Attempting to uphold a Jewish ideal of justice and freedom is not easy when you’ve just read that Israel has detained, kidnapped or jailed 1,000,000 Palestinians since 1948.

For those Jews who are not awake or prefer not to see, I think their journey must also be difficult because it takes a good bit of energy and struggle within to ignore the suffering of others.

I remember the wise words of a young Palestinian exchange student from Gaza who I met in Albuquerque, New Mexico over a Passover Seder many years ago. Reading from the Haggadah, a Jewish woman said “I don’t believe Jews are the Chosen People,” obviously to ease the discomfort she thought this young Palestinian Muslim might be experiencing. His response was genuine and thoughtful: “I believe Jews are the Chosen People. I believe God chose the Jews to be the people to show mankind how to treat one’s neighbors.”  (I wrote about Sami from Gaza here.)

If Sami is correct, then clearly the Chosen People have a steep learning curve. Israel’s occupation and subjugation of millions of Palestinians for the past 70+ years is merely a tick in humanity’s clock but it’s unbearable for those waiting for their moment of liberation, for their exodus.

Cohen concludes by saying:

“Tonight, we’ll conclude our family meal with this passage written by Aurora Levins Morales, a poet and activist. I discovered her writing in the 2018 Jewish Voice for Peace Haggadah.

“This time we cannot cross until we carry each other. All of us refugees, all of us prophets. No more taking turns on history’s wheel, trying to collect old debts no one can pay. The sea will not open that way. This time that country is what we promise each other, our rage pressed cheek to cheek until tears flood the space between, until there are no enemies left, because this time no one will be left to drown and all of us must be chosen. This time it’s all of us or none.”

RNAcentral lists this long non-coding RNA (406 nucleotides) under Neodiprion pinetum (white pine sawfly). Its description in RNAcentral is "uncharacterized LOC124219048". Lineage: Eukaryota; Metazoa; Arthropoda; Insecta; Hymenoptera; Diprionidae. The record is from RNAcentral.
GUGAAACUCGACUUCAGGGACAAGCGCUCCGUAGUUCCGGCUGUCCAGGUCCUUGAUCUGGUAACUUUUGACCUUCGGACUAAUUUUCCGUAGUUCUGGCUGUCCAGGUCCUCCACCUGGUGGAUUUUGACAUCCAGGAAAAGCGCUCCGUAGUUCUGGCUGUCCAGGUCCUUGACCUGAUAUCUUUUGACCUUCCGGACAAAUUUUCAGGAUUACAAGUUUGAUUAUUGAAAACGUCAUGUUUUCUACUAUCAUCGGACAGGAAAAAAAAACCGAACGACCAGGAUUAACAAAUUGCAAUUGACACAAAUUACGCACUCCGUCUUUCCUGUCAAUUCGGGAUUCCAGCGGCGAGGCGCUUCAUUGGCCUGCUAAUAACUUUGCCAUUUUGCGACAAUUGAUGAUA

May minds and hearts be moved this Passover and Easter, so that next year everyone has freedom of movement, a life of dignity with compassion, and we treat our neighbors as we wish they would treat us.

 

 

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Filed under Israel, Occupation, Spiritual - Religion, Uncategorized

My Passover Seder with Sami

Chag Sameach! Greetings to all of my friends and family who celebrate Passover.

I am remembering two Seders I have attended in Albuquerque, New Mexico —  both in homes filled with many warm people who were strangers to me at the beginning of the Seder, but certainly not at the end.

The first Passover Seder was an invitation by my law partner to join her and her friends at someone’s home (I wish I could remember the name of the host).   They patiently taught me the rituals, and the significance of the food on the table.

 

The Passover seder celebrates the Jewish people’s freedom from the Pharaoh and the larger issue of the immorality of slavery. As Jews, we have a long history filled with suffering, oppression and slavery, which has informed our choices as a community to work with other groups to help their own oppression. Jews have played roles in the civil rights movement, women’s movement, gay rights movement and feel a deep connection to suffering of others.